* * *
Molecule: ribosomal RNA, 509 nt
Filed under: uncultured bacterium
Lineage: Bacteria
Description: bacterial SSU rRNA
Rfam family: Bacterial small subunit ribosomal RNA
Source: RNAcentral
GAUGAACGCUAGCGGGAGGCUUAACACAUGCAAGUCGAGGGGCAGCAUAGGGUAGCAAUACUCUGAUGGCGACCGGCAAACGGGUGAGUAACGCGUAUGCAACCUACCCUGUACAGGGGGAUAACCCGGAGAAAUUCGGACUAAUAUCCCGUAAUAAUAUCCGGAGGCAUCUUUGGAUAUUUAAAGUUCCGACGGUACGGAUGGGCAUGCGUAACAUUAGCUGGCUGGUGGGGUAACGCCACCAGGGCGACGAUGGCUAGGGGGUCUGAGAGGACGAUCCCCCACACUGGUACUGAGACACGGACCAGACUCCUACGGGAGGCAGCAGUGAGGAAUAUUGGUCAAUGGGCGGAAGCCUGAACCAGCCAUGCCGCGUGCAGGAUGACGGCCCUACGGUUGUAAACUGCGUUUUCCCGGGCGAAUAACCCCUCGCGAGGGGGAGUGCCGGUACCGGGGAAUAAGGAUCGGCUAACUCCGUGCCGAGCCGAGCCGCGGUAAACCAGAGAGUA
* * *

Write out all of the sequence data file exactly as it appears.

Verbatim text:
Molecule: ribosomal RNA, 509 nt
Filed under: uncultured bacterium
Lineage: Bacteria
Description: bacterial SSU rRNA
Rfam family: Bacterial small subunit ribosomal RNA
Source: RNAcentral
GAUGAACGCUAGCGGGAGGCUUAACACAUGCAAGUCGAGGGGCAGCAUAGGGUAGCAAUACUCUGAUGGCGACCGGCAAACGGGUGAGUAACGCGUAUGCAACCUACCCUGUACAGGGGGAUAACCCGGAGAAAUUCGGACUAAUAUCCCGUAAUAAUAUCCGGAGGCAUCUUUGGAUAUUUAAAGUUCCGACGGUACGGAUGGGCAUGCGUAACAUUAGCUGGCUGGUGGGGUAACGCCACCAGGGCGACGAUGGCUAGGGGGUCUGAGAGGACGAUCCCCCACACUGGUACUGAGACACGGACCAGACUCCUACGGGAGGCAGCAGUGAGGAAUAUUGGUCAAUGGGCGGAAGCCUGAACCAGCCAUGCCGCGUGCAGGAUGACGGCCCUACGGUUGUAAACUGCGUUUUCCCGGGCGAAUAACCCCUCGCGAGGGGGAGUGCCGGUACCGGGGAAUAAGGAUCGGCUAACUCCGUGCCGAGCCGAGCCGCGGUAAACCAGAGAGUA